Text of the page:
Articles

The Elusive Early Majority

by Neale Martin published October 23, 2006 in Telephony Telephony

A few years ago, while working with a leading manufacturer of networking gear, I was surprised when an executive made the claim that voice over IP had crossed the chasm and was now mainstream. Periodically, high-technology manufacturers want to fast forward the product-adoption cycle in a rush to get to the large markets represented by the early majority segment. But this industry leader was clearly pushing his company's agenda far ahead of marketplace realities.

This conversation came back to me as I toured this year's glut of trade shows and conferences, which all reflect the mainstreaming of VoIP, converged networks and the future of broadband wireless. But does this mean we have crossed Geoffrey Moore's technology adoption chasm? The answer is much more important than a manufacturer trying to hype next-generation equipment.

New products and services typically follow a predictable adoption curve. Moore postulated that with products based on high technology, there is a caveat: The path is not a smooth growth curve. Instead, an ominous chasm separates the early adopter from the early majority. Many products based on new technologies appear to be on a high-growth trajectory but fail to reach sufficient velocity to cross this abyss. Early adopters are visionaries seeking competitive advantage, not a group that the early majority looks to for buying guidance.

The distinction is critical to marketing and sales efforts. The question of whether a traditional (non-visionary) company would purchase a product based on this new technology determines not only where to advertise and how to target sales but how to provision the entire supply chain. To understand this in terms of convergence, with VoIP as the lead product, we must look at the macro marketplace.

Adoption always occurs at the segment level. Each sector has its own innovators, early adopters, early majority and late majority customers. For Indian companies engaging in off-shoring, VoIP has been an integral part of the strategy for years and is definitely part of the mainstream. This does not provide evidence that converged applications are mainstream in the broader market.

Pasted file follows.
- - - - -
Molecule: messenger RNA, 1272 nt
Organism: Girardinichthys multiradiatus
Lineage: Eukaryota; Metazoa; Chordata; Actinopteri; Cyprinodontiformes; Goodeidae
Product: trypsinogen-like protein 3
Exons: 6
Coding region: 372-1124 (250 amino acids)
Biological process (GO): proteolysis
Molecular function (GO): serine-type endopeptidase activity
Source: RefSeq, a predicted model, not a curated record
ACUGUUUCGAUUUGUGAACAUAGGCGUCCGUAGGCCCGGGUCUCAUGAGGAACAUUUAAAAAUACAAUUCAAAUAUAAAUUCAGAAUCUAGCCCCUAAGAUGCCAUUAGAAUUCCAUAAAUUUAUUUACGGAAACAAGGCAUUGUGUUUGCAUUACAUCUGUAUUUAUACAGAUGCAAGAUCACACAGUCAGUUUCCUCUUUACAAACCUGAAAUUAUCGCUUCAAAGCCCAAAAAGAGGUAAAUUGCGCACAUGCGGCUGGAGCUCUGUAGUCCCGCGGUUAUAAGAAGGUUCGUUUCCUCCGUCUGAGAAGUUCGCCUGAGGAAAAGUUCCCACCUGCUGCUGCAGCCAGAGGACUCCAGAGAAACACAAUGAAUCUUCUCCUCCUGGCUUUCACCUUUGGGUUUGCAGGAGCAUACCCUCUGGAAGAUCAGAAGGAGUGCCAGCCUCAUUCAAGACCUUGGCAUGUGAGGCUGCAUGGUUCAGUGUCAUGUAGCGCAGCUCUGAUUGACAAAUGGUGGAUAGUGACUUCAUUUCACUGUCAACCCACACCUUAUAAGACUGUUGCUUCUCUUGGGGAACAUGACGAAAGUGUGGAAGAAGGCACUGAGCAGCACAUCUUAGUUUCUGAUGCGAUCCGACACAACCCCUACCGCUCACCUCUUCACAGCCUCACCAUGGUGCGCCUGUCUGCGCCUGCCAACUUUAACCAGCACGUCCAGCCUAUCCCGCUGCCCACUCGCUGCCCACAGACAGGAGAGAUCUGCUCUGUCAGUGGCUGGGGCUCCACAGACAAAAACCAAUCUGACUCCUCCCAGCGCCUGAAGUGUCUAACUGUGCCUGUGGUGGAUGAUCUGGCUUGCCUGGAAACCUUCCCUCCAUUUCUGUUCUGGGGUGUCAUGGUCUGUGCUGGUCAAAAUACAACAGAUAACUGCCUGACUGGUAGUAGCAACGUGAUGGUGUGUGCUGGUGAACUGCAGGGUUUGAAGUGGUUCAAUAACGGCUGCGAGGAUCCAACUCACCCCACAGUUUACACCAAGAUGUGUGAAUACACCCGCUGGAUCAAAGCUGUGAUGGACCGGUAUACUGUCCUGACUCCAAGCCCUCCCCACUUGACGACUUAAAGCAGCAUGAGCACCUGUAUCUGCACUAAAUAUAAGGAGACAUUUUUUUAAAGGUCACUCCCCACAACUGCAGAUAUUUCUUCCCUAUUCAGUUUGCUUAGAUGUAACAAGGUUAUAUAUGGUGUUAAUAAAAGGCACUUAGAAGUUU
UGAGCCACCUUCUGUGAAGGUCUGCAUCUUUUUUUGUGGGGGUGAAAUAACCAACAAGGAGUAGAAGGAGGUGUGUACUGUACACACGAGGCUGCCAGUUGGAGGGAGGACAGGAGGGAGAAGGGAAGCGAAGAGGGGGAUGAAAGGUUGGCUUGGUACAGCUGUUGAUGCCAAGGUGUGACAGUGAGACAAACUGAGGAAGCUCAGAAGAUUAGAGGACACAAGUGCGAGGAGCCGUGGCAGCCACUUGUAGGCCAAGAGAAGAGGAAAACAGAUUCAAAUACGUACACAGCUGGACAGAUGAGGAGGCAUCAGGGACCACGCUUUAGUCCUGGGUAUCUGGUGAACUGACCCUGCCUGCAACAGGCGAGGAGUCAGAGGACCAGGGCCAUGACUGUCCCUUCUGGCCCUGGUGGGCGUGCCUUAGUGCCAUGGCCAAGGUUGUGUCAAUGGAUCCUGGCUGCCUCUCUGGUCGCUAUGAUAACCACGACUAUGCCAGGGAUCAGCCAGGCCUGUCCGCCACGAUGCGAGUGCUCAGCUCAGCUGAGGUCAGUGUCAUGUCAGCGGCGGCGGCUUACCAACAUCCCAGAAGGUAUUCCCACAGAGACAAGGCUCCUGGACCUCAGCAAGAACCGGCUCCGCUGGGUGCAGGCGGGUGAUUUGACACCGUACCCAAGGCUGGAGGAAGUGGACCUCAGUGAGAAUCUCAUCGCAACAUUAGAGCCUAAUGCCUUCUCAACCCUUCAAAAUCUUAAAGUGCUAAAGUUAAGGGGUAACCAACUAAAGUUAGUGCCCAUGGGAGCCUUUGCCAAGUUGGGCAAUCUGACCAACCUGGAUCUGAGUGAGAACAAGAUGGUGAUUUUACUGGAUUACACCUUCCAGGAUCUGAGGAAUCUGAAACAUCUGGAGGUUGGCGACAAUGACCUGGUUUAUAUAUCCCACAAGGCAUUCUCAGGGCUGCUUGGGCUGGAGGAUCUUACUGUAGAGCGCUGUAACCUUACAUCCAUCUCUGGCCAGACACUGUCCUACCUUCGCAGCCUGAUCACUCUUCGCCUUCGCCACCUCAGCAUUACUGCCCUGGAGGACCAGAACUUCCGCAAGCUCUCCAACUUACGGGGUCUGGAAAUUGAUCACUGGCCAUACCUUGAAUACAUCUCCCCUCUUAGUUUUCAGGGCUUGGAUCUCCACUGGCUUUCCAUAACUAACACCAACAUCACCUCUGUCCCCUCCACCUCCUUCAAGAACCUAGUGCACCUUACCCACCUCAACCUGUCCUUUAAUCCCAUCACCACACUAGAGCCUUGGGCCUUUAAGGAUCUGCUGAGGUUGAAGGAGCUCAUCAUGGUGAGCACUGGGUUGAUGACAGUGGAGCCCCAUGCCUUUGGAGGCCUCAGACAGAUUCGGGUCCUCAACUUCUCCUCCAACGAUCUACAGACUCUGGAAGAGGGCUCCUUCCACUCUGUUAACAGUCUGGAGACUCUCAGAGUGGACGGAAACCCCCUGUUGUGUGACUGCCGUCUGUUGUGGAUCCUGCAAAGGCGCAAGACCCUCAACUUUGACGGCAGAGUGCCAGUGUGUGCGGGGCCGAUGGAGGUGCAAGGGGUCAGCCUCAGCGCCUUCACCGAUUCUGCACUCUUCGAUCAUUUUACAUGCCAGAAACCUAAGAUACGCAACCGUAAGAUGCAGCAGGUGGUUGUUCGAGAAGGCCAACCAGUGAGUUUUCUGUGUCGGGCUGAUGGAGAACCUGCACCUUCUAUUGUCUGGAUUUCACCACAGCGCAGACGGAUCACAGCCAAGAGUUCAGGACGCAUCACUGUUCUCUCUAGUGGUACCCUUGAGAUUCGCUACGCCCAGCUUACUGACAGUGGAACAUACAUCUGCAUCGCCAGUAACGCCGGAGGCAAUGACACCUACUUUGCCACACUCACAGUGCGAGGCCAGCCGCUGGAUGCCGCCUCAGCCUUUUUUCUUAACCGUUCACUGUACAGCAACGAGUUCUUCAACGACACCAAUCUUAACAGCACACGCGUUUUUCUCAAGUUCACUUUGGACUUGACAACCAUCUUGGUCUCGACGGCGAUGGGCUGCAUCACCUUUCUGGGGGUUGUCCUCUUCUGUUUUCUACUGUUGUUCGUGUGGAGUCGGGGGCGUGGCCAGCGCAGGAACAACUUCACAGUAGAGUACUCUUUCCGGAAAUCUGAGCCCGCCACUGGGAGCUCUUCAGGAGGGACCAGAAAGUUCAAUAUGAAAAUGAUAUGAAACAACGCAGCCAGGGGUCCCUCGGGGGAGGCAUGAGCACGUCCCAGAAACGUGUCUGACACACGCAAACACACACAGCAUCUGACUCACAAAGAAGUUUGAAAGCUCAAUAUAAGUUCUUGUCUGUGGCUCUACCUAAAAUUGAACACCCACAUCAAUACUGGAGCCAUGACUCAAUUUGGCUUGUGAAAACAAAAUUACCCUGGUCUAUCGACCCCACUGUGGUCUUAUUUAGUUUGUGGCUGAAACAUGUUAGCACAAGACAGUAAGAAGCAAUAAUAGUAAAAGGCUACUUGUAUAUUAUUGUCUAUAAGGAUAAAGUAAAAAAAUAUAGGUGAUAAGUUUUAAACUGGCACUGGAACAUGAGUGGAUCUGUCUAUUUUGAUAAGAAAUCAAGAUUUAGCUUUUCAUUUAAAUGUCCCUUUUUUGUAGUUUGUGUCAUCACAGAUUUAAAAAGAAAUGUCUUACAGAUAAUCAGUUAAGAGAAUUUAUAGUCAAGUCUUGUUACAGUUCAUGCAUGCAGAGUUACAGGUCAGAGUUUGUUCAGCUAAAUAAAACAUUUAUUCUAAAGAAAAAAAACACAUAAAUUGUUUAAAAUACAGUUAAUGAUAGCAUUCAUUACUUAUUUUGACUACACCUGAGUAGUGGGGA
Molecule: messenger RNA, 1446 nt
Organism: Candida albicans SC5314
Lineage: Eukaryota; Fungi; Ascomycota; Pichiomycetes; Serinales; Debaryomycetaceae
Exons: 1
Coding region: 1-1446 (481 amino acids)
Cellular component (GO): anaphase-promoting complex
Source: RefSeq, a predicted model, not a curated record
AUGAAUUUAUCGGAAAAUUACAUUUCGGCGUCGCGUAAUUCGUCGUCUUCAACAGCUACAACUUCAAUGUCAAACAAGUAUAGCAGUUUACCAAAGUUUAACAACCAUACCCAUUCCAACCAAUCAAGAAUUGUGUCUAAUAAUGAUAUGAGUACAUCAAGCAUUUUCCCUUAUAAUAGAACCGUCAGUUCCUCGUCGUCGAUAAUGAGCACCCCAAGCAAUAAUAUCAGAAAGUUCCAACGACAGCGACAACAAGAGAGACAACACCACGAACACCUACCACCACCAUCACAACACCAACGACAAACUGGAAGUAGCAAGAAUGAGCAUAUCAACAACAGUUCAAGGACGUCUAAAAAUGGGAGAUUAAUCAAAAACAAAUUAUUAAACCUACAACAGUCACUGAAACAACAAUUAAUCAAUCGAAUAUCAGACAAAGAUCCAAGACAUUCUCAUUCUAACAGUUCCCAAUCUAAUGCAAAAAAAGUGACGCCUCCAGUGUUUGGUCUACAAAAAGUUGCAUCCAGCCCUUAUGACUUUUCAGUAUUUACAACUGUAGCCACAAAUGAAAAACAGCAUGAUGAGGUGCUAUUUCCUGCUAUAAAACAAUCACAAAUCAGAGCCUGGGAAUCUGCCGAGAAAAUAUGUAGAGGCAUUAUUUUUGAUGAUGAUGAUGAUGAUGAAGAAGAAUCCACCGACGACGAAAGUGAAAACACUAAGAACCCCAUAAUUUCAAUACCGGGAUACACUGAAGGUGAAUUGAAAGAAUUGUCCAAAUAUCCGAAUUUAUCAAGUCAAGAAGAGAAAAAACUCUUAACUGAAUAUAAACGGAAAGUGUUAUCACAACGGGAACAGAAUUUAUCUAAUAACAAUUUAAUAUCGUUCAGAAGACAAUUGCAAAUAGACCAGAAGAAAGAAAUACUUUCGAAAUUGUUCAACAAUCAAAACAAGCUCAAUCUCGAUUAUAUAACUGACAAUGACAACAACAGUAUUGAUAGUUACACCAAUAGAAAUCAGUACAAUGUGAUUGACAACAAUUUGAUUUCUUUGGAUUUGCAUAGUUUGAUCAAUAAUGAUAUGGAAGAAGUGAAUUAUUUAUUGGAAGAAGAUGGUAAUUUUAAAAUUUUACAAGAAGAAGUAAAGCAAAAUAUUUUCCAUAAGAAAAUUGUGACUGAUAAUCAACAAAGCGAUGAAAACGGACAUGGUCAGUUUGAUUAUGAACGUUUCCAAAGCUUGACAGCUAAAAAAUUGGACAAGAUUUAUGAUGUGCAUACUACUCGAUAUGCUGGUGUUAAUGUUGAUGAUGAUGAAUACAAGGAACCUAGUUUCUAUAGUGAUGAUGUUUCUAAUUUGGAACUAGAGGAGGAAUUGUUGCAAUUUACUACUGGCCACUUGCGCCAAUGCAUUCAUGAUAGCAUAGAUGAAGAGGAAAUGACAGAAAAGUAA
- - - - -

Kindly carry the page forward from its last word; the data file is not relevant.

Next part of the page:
Conversely, residential VoIP is still in the innovator or early majority phase. Though the same can be said for the small and medium-sized space, numerous manufacturers are rolling out VoIP gear specifically for this market.

There are two important implications to understanding that segments go through their own adoption cycles. One is the need for companies to translate their new technologies into value for specific user groups. To simply launch a new technology such as WiMAX in the hope that it will find an eager market is a foolish bet of investor capital.

The other implication is that companies must evaluate their portfolios based on the idea that product adoption can accelerate rapidly after the chasm has been crossed. We have known for years that convergence was inevitable, but most communications companies still garner the bulk of their revenues and profits from analog services.

To do this, realistically position individual products and services in the portfolio along the product-lifecycle curve. Total the revenues generated by products in each category: introduction, growth, maturity and decline. If more than 60% of a company's revenues come from products in maturity and decline, the organization is at significant risk.

We have known for years that convergence was inevitable, and the evolution of industry conferences provide overwhelming evidence that manufacturers and service providers are positioning for this future. But most market segments have yet to cross the chasm. To get to the early majority market of these other segments, companies must understand that these customers are not interested in technology because it is new, but because it is reliable.